For all the work that goes into it, I’m struck by how much it also resem­bles a crum­pled ball of paper when looked at from far away. In fact, I can eas­i­ly oblit­er­ate all the care­ful­ly cal­cu­lat­ed folds and metic­u­lous artistry with one squash of a fin­ger, reduc­ing it to noth­ing but a crum­pled bit of scrap paper. And how much, I thought, that resem­bles our human existence.

And yet our lives are so rich. We build rela­tion­ships. We share laugh­ters and sor­rows. We love. We may be here today and gone tomor­row, but the echo of our love is endless.

Ini­tial­ly I took the pho­to only for the post, but then I thought it would also make a nice wall­pa­per on my desk­top, so while I was cre­at­ing that I made sev­er­al dif­fer­ent sizes to share with you :)

Down­load wall­pa­per with origa­mi rose:
1920 x 1200
1280 x 1024

Please refer to Con­tent Shar­ing for use of images from this blog.

If you’d like to fold your own paper rose here’s one instruc­tion.

Take care, friends.


If time is mon­ey, then I’ll spend it all for you
I will buy you flow­ers with the min­utes we outgrew
I’ll turn hours into gar­dens, plant­ed just for us to take
I’ll be reck­less with my days, build­ing cas­tles in your name

– Sleep­ing At Last, Next to Me

if pain

I have been work­ing on this for a while now. I start­ed a paint­ing on a small wood­en braced pan­el but I did­n’t feel very inspired to con­tin­ue, so the paint­ing, with print­ed leaves in fall tones, had been sit­ting on my shelf col­lect­ing dust for a few years now. Last fall, one of my teach­ers brought in the idea of mak­ing shad­ow box­es, and I had been want­i­ng to try mak­ing one. When I looked around the house for boards and things to make shad­ow box­es with, I saw this half-done paint­ing and I thought, the back of it would make a great shad­ow box.

But still I did­n’t start work­ing on it, because I had no vision for what could inhab­it the shad­ow box. And then on the first Sun­day of the year, I saw this quote in the ser­mon note:

If pain caus­es us to go inward, there is no com­mu­ni­ca­tion with the world out­side; if it caus­es us to go out­ward in retal­i­a­tion, then we lose the mes­sage we bear… If pain caus­es us to go for­ward, then we are not bear­ing the pain, we are using the pain.
- Dr. Samuel Kamale­son, 1976

Some­how that led me to the image of the Walled City. Like I had men­tioned before, I have nev­er set foot in the actu­al Walled City. All I have of it are sto­ries, from videos and posters and muse­um exhibits and a friend who’ve spent time there, and a tour of the metic­u­lous­ly man­i­cured park that holds the same space as the Walled City but looks noth­ing like its for­mer des­o­late self.

I sup­pose it’s easy to roman­ti­cize what life was like in the Walled City. The pover­ty, the injus­tice, the suf­fer­ings of the soul, the resilience of the peo­ple. And frankly that’s what I imag­ine, but I also know that the real­i­ty of the place was any­thing but roman­tic. And I have no idea, and I will nev­er have any idea, about what it was real­ly like to live there because I have nev­er been there.

But some­thing about that place res­onat­ed with me. Per­haps not the real­i­ty of that place but what it rep­re­sents. And I can’t real­ly explain what it rep­re­sents to me. I sup­pose that’s why I made this, because I don’t know how to express it otherwise.

I used the clas­si­fied sec­tion of a Chi­nese news­pa­per, with small box­es of text and many men­tions of the word “home”. And ink, which react­ed with the adhe­sive I used to paste the news­pa­per and crack­led in frost-like pat­terns. And pieces of roots, which were sal­vaged from a yuc­ca plant that did­n’t sur­vive the win­ter. On what was the front of the pan­el I wrote part of the quote, and the leaf prints were still vis­i­ble through the black paint. I think as a whole it has said what need­ed to be said.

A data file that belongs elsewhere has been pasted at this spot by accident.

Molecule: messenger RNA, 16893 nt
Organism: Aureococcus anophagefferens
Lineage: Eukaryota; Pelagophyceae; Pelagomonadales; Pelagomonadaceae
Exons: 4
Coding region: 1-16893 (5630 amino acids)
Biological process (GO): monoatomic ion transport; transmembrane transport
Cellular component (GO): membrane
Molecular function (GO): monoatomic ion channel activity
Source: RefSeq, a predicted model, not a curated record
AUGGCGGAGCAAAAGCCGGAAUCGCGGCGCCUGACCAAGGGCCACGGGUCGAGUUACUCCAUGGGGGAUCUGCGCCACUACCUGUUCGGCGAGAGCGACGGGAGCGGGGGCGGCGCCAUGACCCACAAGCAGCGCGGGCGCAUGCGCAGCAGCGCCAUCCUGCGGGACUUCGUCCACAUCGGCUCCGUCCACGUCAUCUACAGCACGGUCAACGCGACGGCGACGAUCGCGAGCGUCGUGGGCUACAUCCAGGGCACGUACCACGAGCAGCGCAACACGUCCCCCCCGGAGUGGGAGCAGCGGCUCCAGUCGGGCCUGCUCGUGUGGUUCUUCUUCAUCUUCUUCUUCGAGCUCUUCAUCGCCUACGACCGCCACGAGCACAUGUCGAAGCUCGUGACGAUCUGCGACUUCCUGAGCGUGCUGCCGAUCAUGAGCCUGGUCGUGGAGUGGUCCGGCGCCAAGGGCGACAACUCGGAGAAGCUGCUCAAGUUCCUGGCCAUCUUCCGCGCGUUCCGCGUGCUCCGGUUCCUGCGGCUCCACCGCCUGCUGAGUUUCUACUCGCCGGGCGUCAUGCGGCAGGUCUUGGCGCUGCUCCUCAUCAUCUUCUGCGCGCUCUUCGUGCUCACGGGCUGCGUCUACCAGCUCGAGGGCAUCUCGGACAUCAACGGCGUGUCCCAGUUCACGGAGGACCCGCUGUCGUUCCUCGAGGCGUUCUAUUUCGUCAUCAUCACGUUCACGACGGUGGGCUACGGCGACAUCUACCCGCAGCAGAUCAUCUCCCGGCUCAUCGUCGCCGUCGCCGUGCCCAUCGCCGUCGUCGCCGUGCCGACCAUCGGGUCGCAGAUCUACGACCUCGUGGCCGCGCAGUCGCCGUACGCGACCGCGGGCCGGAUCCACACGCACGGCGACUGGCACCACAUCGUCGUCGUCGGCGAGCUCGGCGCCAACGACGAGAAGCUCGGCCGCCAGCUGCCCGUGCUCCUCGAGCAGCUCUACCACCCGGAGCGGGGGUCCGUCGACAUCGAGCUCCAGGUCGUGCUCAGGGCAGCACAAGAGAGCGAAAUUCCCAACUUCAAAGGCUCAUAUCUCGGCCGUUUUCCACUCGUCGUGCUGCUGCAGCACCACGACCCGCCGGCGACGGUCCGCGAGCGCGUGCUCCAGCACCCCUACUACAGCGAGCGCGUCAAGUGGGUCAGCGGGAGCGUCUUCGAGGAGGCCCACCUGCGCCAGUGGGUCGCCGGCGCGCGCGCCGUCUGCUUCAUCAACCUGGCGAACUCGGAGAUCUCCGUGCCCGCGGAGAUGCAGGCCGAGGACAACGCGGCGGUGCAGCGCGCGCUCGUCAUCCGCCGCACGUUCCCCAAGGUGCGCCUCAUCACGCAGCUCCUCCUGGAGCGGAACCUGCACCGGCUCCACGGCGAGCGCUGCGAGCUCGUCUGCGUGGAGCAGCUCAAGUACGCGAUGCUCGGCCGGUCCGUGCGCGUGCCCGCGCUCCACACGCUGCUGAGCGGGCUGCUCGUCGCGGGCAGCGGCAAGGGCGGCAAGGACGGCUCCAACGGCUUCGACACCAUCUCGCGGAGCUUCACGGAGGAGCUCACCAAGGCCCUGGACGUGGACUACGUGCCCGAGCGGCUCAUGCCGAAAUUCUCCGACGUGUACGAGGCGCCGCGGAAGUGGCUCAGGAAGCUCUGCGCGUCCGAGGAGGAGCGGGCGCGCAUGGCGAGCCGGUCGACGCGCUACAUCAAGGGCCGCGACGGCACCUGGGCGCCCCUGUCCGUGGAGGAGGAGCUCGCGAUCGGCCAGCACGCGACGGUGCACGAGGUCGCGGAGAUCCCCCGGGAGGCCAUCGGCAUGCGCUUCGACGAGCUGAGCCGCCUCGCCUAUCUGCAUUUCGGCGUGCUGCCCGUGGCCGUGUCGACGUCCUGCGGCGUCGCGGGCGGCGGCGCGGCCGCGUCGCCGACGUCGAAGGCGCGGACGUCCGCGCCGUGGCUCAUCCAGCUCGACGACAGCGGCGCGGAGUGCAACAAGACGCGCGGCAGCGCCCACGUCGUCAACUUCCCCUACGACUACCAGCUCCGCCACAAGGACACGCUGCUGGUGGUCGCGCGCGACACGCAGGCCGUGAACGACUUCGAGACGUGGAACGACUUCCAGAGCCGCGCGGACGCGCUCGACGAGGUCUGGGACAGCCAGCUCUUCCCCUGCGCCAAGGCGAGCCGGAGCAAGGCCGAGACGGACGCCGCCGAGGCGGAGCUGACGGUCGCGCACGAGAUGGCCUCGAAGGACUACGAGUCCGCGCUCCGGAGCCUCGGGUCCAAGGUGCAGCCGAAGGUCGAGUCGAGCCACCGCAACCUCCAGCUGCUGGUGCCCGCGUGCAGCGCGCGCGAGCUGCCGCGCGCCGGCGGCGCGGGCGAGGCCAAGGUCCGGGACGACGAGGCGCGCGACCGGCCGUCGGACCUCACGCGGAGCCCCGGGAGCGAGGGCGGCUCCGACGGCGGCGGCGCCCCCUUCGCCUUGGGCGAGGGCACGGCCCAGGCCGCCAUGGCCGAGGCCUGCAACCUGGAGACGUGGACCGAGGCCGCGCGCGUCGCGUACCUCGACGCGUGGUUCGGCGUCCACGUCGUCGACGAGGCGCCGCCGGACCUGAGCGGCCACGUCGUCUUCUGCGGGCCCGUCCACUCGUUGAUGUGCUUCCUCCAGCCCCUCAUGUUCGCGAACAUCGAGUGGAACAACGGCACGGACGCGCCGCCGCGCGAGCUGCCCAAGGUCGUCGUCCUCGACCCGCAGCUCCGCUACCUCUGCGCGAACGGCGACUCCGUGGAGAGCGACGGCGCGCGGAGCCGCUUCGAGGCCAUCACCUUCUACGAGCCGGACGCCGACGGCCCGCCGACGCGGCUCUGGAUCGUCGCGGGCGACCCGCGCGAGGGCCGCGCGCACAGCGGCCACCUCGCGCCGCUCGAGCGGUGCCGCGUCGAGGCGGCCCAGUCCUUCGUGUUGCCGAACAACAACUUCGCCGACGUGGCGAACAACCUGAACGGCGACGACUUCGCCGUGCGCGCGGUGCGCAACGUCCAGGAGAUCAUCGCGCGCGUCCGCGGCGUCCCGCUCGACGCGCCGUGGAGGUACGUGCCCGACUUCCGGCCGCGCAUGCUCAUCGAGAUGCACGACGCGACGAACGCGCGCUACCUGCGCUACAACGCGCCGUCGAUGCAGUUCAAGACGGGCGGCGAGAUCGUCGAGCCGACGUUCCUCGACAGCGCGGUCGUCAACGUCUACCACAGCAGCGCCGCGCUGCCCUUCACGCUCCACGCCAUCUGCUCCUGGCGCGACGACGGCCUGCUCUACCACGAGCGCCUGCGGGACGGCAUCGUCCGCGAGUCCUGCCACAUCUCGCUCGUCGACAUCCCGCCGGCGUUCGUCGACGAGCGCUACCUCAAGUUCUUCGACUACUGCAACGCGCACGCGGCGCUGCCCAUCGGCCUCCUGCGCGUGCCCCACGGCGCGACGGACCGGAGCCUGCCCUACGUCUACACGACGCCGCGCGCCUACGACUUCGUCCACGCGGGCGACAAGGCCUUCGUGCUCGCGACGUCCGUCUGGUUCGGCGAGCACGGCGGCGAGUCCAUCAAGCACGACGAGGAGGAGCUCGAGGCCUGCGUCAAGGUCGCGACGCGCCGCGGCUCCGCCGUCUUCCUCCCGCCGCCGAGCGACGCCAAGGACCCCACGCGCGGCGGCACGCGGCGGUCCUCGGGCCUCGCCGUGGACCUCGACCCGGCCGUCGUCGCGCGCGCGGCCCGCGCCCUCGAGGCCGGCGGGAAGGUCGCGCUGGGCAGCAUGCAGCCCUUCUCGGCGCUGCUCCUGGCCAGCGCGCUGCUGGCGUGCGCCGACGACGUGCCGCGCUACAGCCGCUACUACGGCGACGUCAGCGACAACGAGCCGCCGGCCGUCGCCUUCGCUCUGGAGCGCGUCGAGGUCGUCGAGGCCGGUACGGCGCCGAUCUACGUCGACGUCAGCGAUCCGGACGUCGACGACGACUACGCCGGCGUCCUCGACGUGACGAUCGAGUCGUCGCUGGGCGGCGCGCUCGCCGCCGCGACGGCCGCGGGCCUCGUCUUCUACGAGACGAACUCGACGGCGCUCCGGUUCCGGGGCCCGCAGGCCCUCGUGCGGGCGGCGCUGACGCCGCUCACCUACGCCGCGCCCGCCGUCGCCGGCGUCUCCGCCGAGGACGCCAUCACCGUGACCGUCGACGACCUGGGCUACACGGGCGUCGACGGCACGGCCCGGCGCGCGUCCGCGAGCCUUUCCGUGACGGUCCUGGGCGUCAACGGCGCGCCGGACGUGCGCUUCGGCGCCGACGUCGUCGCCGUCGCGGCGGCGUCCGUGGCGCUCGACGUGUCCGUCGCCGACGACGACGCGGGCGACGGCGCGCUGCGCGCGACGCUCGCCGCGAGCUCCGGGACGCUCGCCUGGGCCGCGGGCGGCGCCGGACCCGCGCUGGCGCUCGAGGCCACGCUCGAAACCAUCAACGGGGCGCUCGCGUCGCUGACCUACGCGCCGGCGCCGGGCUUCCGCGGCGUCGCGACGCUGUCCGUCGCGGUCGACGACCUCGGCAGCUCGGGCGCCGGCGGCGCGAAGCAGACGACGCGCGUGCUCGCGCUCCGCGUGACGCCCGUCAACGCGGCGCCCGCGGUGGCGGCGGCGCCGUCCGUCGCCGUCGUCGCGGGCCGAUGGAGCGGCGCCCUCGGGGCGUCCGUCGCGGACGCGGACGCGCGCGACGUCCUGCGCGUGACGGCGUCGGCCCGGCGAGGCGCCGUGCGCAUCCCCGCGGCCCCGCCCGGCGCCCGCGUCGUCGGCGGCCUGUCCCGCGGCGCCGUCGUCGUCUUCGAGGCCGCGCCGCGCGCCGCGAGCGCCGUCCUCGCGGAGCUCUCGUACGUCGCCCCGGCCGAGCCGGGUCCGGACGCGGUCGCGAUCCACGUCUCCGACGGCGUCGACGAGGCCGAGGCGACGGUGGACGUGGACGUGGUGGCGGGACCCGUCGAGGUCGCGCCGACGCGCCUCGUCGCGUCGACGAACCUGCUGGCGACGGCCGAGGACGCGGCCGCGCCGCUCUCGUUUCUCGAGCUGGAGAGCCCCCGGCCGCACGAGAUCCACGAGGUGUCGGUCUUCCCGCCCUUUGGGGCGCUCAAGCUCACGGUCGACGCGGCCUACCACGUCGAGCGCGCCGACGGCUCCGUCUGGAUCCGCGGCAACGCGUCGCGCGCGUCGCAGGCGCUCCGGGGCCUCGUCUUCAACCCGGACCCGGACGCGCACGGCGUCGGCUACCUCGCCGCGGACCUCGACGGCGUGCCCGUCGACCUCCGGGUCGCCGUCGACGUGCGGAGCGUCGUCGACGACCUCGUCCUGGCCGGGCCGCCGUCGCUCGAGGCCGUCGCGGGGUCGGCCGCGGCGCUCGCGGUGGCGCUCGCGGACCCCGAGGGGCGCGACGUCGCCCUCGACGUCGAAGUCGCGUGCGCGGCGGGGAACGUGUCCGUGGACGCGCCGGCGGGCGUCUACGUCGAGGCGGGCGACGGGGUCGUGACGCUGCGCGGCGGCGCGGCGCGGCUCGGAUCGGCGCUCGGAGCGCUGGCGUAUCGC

I have been work­ing on this for a while now. The mak­ing of the image is com­plete, but the work of learn­ing, and of under­stand­ing, isn’t.

Hope you are well. Enjoy the weekend!

Favourite things of the week!

My favourite craft projects are the resource­ful ones involv­ing clever incor­po­ra­tion of things one can eas­i­ly find around the house. Like this lone mit­ten squir­rel I saw via Craftzine!

Mit­tens (or tech­ni­cal­ly gloves?) that have holes in the fin­ger­tips also make excel­lent squir­rel mate­r­i­al! I’m hop­ing I can find a lone white mit­ten so I can make a white squir­rel ♥

And while brows­ing on Dol­lar Store Craft (a gold­mine of thrifty craft ideas!) yes­ter­day I came across these love­ly skate orna­ments from Not Quite Vin­tage, clev­er­ly fit­ted with paper clips!

The post was from almost 3 years ago so you may have seen it already, but I just thought it’s bril­liant and felt com­pelled to post it!

And my own thrifty project of the week was to make trav­el tags. The air­line web­site sug­gest­ed tying “unique” tags to our lug­gage for “easy iden­ti­fi­ca­tion”. I don’t own any trav­el tags and I thought the ones that the air­line gives out at the air­port aren’t very good for “easy iden­ti­fi­ca­tion”. So I scoured the house for mate­ri­als and this is what I end­ed up with…

I found some vinyl mate­r­i­al from pack­ag­ing and bright colour­ful pic­tures from mag­a­zines. I then stacked them togeth­er and taped them to death with pack­ing tape, scrap­ing out as many bub­bles as pos­si­ble with a plas­tic card. I’m par­tic­u­lar­ly pleased with the rub­ber ducky one.

My mom also sug­gest­ed tying thick rib­bons onto the lug­gage so we’ll be doing that as well.

Will be report­ing from far, far away land of Hong Kong in a few days! (hope­ful­ly… depend­ing on inter­net access) See you soon! :D